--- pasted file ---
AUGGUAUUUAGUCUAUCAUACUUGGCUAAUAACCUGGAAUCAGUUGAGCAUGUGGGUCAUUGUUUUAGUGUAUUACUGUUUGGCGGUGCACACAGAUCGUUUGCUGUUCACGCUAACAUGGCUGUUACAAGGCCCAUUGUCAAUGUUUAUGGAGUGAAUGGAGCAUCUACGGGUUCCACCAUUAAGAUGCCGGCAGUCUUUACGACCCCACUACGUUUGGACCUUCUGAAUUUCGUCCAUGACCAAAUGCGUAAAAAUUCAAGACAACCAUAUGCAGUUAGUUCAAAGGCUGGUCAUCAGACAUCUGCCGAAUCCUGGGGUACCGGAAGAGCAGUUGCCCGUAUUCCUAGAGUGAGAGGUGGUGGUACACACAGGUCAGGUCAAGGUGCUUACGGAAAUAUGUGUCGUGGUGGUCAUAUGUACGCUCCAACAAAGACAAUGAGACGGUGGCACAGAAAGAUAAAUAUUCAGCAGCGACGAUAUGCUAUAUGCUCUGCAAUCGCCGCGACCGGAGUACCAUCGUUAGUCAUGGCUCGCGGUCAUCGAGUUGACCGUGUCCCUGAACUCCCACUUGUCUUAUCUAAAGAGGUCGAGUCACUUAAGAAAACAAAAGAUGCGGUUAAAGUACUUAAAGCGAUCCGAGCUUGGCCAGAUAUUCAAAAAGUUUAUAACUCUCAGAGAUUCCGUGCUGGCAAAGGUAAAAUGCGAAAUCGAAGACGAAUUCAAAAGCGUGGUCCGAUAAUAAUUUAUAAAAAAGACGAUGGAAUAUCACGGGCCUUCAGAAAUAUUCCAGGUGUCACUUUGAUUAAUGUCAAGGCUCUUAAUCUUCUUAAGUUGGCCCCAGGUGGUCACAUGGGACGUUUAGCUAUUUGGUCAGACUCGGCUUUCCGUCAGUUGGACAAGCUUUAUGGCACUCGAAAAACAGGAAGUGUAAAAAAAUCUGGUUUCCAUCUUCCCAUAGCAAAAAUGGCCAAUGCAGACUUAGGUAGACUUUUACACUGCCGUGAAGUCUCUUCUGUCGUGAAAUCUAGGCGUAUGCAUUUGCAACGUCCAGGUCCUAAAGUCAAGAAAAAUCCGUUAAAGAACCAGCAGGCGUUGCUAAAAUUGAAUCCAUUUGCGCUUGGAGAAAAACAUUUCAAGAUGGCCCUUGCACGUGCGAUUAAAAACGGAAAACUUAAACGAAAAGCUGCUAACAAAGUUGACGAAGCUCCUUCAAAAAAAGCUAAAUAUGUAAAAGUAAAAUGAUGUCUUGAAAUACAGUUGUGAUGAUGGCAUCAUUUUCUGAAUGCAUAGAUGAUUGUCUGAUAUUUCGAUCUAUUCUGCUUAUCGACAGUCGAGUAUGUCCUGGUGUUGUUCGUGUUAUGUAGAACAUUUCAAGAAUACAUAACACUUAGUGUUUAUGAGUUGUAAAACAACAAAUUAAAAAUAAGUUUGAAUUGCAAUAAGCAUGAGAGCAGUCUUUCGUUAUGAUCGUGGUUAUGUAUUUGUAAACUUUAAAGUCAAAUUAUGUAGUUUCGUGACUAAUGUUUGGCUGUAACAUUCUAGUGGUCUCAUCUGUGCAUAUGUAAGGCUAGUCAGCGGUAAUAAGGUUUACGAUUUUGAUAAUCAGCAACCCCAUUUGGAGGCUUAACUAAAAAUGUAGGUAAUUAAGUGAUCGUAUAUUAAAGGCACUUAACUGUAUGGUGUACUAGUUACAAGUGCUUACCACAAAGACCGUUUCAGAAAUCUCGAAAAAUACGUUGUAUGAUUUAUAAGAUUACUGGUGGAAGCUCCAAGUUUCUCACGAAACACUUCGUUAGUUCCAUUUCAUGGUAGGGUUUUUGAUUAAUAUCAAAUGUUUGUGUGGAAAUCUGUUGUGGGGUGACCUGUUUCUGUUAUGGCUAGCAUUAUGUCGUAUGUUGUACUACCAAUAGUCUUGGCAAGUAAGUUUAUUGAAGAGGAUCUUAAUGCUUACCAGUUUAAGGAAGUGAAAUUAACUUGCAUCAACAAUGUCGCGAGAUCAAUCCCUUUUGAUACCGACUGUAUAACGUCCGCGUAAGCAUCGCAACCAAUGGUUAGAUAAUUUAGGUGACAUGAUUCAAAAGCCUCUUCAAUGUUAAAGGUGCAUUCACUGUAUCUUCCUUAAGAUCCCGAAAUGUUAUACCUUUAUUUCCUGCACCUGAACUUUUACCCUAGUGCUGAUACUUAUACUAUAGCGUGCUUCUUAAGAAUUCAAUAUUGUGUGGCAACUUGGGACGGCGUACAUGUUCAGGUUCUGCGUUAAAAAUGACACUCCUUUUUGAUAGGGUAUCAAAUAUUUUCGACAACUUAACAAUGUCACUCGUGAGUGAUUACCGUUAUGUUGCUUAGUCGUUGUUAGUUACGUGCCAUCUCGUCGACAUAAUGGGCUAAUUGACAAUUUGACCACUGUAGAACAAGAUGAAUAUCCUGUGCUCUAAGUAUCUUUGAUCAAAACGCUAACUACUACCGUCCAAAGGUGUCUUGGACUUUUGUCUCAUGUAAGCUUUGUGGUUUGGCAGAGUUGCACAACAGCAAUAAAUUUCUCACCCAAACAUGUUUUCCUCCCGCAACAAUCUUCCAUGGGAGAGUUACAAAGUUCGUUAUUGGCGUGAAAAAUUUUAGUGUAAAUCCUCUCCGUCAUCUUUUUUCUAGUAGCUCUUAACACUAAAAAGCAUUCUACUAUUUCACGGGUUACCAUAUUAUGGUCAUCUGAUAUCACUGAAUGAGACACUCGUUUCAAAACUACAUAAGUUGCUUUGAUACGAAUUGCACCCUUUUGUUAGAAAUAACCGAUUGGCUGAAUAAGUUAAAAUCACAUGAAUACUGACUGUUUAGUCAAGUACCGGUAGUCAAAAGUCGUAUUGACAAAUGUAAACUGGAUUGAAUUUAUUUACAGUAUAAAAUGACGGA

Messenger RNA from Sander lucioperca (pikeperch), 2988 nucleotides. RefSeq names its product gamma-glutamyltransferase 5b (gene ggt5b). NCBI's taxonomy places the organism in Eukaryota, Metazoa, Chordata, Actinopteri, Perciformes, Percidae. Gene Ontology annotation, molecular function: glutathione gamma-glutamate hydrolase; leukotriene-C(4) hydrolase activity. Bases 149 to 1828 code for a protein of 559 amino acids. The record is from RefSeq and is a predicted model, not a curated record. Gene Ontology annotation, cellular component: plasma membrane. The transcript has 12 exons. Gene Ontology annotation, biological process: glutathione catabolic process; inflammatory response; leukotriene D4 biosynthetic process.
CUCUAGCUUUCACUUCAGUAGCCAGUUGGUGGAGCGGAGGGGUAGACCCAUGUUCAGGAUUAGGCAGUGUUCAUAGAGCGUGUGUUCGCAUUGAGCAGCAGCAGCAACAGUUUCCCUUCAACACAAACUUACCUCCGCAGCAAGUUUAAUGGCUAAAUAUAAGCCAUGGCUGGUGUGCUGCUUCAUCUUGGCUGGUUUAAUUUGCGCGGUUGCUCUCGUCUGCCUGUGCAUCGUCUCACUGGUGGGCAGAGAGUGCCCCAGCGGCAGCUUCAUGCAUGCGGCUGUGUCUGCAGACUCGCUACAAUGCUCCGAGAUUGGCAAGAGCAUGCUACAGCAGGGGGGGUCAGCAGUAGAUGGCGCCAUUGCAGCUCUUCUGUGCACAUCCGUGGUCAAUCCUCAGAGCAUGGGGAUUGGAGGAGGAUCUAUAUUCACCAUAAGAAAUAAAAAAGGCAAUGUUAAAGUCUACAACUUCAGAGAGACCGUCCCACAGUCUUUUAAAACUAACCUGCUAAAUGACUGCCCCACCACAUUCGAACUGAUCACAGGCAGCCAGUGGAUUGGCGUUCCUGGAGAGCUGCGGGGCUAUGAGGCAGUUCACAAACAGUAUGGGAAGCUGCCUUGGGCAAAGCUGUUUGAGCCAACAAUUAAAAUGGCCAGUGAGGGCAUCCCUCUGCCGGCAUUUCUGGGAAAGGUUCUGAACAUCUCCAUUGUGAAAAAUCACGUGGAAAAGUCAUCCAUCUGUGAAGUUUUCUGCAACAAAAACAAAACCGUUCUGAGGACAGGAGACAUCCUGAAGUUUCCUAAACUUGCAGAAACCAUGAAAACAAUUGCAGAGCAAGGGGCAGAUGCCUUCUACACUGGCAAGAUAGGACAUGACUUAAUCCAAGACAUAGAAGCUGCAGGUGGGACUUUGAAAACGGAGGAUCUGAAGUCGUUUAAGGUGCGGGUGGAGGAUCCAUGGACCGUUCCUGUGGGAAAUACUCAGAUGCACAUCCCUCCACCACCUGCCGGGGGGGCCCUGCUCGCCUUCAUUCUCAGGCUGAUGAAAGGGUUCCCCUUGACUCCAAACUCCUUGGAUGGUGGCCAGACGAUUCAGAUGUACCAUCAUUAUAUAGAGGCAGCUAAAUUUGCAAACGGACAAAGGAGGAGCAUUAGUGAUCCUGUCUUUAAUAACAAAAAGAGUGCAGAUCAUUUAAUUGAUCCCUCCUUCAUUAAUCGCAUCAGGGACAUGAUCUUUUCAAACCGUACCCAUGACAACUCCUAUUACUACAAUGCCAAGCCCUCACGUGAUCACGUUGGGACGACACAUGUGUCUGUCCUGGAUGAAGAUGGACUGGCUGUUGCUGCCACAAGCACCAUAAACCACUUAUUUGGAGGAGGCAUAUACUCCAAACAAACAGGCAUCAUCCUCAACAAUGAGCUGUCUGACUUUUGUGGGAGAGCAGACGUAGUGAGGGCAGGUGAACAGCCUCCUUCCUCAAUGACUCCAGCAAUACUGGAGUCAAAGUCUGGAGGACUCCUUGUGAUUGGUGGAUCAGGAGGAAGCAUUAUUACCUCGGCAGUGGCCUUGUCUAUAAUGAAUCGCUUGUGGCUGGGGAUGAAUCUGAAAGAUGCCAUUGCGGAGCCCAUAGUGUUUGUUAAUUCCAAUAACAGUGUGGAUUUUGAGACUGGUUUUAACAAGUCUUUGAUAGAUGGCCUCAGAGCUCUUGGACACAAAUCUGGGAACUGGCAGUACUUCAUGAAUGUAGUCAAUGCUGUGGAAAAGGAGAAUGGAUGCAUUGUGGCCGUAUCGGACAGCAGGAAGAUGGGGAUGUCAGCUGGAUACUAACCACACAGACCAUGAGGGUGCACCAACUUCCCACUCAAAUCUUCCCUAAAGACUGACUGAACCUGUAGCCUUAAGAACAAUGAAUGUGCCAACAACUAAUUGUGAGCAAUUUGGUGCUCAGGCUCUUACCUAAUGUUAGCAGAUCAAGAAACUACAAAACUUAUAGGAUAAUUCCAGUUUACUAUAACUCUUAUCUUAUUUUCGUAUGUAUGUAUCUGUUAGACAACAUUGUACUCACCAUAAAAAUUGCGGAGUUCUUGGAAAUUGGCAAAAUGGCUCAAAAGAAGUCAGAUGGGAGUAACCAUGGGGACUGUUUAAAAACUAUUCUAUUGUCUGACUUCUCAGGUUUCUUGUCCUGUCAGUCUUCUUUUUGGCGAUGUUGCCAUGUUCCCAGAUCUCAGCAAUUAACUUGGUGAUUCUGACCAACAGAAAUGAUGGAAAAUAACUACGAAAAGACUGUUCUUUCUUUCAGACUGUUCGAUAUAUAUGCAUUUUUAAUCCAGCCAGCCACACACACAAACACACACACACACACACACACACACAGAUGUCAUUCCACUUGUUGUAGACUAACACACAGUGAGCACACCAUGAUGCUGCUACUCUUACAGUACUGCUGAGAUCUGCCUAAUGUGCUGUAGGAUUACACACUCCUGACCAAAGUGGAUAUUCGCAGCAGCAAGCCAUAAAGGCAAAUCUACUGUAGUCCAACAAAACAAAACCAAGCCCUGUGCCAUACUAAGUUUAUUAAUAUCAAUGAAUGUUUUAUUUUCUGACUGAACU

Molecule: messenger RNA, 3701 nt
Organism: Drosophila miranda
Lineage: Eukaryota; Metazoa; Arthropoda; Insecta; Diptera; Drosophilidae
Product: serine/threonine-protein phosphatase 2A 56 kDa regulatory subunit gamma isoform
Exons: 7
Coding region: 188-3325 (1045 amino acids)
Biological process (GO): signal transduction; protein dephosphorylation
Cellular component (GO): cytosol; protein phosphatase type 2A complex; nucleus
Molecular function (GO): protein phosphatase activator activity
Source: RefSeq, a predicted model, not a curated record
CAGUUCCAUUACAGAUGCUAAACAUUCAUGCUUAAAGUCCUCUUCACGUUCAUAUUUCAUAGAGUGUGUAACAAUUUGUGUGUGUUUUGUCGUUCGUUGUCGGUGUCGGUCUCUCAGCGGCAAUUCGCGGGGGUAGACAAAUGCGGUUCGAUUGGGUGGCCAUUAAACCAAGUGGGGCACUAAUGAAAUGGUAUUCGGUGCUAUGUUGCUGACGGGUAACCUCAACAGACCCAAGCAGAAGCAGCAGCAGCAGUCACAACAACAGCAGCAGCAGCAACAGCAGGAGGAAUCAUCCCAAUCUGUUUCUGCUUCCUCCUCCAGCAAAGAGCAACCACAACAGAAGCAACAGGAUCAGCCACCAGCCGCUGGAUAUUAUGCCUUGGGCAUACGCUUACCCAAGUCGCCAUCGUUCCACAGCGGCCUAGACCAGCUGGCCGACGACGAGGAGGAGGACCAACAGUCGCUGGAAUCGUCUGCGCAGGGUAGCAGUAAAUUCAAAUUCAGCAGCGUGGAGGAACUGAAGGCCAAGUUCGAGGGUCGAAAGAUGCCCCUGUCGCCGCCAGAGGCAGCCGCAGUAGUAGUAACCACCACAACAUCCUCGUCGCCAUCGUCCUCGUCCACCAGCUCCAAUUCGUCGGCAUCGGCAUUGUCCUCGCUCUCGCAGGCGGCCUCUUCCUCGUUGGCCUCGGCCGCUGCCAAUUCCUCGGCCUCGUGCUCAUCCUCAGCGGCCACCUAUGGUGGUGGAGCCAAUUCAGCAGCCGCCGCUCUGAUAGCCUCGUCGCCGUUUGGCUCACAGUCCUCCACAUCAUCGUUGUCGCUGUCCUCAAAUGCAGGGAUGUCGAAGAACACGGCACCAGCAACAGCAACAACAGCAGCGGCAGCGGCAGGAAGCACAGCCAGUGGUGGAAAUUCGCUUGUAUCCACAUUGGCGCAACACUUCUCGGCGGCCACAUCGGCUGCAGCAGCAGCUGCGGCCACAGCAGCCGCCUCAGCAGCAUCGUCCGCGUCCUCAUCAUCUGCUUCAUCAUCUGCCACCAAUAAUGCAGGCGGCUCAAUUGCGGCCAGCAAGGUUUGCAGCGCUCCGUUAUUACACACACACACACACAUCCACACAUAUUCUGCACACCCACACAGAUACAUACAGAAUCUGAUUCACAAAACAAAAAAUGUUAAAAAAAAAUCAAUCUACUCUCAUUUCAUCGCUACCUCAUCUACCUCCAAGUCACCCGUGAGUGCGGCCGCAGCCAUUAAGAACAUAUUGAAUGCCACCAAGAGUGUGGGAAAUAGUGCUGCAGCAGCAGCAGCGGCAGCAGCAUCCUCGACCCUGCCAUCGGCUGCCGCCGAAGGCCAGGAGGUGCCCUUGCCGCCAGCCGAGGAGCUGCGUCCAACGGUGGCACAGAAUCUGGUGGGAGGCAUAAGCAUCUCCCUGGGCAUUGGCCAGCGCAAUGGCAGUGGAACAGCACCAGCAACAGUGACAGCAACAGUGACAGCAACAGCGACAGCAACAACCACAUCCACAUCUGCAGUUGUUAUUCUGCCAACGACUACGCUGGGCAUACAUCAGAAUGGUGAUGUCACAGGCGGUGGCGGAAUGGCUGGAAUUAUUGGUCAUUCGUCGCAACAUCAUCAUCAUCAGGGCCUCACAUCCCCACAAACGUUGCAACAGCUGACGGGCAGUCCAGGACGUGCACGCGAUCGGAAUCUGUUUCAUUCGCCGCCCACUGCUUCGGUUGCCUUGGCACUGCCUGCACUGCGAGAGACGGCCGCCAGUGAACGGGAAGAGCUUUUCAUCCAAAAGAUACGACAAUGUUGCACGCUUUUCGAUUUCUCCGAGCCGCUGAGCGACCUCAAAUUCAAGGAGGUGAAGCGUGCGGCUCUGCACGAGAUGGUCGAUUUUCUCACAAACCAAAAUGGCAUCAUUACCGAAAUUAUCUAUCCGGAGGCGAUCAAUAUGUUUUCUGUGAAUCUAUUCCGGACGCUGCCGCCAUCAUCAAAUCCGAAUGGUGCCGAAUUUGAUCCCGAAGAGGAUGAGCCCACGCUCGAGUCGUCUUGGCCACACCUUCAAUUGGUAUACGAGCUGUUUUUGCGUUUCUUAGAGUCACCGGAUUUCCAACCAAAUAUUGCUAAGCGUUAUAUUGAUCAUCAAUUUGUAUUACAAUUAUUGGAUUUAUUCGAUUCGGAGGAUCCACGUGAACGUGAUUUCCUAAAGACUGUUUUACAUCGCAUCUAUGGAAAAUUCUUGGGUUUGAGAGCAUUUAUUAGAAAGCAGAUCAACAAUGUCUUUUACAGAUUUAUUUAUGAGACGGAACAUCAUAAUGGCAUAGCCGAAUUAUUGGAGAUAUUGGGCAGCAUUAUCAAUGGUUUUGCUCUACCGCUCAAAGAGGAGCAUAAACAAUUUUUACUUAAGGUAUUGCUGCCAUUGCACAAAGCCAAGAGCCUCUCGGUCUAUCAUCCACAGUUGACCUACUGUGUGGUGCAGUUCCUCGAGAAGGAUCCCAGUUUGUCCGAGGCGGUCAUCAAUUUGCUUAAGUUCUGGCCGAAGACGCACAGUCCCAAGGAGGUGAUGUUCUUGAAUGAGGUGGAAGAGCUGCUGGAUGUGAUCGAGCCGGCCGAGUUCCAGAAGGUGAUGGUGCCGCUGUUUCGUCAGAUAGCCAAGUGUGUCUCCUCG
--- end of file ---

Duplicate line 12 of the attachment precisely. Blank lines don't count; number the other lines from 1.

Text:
Molecular function (GO): protein phosphatase activator activity